A systematic review in 2016 concluded that the current literature has not shown that AA-ORIF provides any outcome improvements over traditional ankle ORIF. Despite a limited number of comparative studies, the authors did assign a fair quality (grade B) to evidence that AA-ORIF can be successfully used for diagnosis and treatment of joint pathology when treating acute ankle fractures.19

Posterior Ankle Arthroscopy

Posterior ankle arthroscopy is not as commonly performed as anterior ankle arthroscopy, and many orthopaedic surgeons are relatively unfamiliar with this procedure.20 The increasing number of reports on posterior ankle arthroscopy reflects an evolving interest among foot and ankle orthopaedic surgeons.2,20,21,22,23,24,25,26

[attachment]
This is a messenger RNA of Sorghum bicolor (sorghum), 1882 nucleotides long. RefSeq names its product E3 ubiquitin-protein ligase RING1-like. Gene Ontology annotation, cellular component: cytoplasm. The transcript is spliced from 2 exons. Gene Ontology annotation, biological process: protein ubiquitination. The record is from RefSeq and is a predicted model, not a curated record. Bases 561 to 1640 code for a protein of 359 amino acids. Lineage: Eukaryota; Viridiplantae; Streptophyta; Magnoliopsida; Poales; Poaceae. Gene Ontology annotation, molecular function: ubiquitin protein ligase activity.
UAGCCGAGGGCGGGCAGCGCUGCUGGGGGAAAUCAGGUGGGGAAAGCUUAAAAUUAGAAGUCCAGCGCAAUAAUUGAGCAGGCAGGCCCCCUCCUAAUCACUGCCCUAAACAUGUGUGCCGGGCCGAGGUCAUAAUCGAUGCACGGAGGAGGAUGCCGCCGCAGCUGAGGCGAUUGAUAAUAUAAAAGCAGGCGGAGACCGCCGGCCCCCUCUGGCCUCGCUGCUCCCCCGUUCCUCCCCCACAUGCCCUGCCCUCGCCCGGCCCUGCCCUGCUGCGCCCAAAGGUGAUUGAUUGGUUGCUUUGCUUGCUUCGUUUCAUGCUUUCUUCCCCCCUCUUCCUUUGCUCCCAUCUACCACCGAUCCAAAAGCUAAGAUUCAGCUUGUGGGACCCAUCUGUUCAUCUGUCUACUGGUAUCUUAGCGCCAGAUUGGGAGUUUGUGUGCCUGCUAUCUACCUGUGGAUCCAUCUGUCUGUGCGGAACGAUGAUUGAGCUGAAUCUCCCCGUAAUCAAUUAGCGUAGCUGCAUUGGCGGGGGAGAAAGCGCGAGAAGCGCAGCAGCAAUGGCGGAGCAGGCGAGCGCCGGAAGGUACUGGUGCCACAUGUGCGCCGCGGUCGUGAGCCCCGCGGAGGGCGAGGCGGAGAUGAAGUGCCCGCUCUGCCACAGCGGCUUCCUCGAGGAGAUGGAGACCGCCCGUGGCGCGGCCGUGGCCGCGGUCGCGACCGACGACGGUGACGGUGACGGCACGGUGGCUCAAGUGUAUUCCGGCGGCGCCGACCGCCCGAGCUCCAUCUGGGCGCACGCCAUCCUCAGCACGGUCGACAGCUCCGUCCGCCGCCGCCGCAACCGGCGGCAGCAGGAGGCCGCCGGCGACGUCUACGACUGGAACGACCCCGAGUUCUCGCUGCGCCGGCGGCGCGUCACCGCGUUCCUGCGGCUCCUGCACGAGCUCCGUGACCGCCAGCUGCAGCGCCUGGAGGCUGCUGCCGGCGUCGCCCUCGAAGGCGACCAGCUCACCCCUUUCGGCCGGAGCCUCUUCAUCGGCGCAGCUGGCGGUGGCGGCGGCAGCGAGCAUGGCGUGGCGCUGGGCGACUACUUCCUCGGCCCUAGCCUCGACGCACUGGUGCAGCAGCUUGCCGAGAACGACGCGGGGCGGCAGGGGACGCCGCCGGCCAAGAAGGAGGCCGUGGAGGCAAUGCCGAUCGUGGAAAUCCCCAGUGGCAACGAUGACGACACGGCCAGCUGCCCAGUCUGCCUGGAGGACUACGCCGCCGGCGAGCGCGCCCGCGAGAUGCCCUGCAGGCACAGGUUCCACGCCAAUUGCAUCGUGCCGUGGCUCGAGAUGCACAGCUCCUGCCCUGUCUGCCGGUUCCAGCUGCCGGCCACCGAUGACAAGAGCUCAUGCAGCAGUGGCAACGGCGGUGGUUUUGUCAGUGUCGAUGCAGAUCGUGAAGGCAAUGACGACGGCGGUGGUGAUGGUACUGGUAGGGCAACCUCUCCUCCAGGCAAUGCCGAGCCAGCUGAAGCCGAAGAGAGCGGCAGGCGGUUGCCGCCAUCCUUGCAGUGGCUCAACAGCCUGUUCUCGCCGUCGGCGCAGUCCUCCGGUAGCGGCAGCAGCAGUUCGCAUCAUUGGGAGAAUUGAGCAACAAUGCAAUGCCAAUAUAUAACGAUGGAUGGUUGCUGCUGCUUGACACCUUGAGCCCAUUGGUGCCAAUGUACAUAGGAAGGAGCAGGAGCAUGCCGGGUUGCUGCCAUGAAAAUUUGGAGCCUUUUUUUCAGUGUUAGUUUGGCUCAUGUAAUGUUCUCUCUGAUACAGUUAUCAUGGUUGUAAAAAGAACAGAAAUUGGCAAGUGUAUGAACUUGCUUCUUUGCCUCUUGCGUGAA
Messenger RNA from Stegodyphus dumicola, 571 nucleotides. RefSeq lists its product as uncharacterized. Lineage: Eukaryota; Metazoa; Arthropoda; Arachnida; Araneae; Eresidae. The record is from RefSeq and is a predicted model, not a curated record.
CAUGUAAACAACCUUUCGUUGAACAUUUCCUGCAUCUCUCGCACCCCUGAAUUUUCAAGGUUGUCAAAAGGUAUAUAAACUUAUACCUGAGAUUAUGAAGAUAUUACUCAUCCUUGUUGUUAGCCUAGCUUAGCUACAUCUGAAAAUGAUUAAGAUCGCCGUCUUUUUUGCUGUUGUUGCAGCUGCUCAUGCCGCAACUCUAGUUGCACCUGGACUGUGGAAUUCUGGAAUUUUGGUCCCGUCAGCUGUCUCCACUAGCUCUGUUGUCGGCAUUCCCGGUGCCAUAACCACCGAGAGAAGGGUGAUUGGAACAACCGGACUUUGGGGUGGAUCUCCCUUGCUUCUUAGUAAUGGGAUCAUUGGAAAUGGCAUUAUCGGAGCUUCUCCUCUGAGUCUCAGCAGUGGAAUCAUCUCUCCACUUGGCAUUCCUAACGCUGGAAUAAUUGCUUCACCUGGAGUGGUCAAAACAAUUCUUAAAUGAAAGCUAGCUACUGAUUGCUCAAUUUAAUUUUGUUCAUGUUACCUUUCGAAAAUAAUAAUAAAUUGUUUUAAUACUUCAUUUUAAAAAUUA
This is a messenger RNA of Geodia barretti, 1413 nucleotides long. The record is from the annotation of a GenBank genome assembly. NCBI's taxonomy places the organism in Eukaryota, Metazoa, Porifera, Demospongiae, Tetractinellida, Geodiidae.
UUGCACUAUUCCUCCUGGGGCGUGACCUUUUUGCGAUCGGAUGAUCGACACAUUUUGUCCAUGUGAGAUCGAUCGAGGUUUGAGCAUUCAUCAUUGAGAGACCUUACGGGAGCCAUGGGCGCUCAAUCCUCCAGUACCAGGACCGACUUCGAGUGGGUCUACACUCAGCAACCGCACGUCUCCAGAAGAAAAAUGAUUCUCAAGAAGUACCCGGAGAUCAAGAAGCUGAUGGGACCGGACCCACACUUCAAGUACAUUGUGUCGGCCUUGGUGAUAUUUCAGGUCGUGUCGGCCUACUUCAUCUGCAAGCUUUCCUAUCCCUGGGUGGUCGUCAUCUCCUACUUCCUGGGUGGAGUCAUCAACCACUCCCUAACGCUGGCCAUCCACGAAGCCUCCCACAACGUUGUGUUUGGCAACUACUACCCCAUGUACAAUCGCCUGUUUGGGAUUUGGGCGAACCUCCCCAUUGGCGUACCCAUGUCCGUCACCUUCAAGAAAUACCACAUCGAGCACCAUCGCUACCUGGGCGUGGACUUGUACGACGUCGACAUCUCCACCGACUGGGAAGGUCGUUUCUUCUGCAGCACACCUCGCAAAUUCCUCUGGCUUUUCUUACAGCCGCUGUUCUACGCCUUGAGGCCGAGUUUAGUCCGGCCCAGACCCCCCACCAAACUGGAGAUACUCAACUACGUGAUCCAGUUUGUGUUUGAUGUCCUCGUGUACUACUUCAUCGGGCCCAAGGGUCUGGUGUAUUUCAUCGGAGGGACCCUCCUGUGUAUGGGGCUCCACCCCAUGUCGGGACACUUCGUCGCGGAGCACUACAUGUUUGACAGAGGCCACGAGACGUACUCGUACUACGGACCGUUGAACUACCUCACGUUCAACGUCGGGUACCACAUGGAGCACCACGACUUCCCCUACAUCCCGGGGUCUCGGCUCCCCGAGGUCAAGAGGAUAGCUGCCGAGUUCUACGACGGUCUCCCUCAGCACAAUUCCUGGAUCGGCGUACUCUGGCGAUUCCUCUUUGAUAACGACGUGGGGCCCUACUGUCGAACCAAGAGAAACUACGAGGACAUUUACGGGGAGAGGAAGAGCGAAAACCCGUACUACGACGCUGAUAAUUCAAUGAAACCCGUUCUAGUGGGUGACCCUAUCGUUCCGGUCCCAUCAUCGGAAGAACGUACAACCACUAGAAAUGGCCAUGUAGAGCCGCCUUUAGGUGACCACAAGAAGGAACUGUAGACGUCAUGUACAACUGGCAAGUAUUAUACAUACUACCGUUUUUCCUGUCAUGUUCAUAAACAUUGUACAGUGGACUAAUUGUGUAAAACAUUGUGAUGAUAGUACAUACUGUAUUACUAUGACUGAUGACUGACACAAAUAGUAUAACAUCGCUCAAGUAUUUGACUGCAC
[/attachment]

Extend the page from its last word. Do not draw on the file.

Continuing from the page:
The relevant posterior anatomy of the talus includes the posterior bony tubercles, flexor hallucis longus (FHL)
tendon, multiple ligamentous attachments, and the ankle and subtalar joints. The posterior process of the talus includes the medial tubercle, or Cedell process, which is the attachment for the posterior tibiotalar/deltoid ligament. The lateral tubercle, or Stieda process, is the attachment for the posterior talofibular ligament. An os trigonum results from the unossified posterior lateral tubercle forming a synchondrosis, as opposed to complete bone fusion with the talus, at its secondary ossification center.

The FHL tendon courses between the medial and lateral tubercles of the posterior process of the talus at the ankle joint level and serves as a major landmark during ankle arthroscopic procedures. The neurovascular structures should be safe from harm if arthroscopic surgery is lateral to the FHL (Figure 3, A). However, the occasional presence of an accessory muscle called the peroneocalcaneus internus muscle, or false FHL, can disorient an inexperienced arthroscopic surgeon and jeopardize the neurovascular structures.21

Feb 27, 2020 | Posted by in ORTHOPEDIC | Comments Off on Arthroscopy of the Foot and Ankle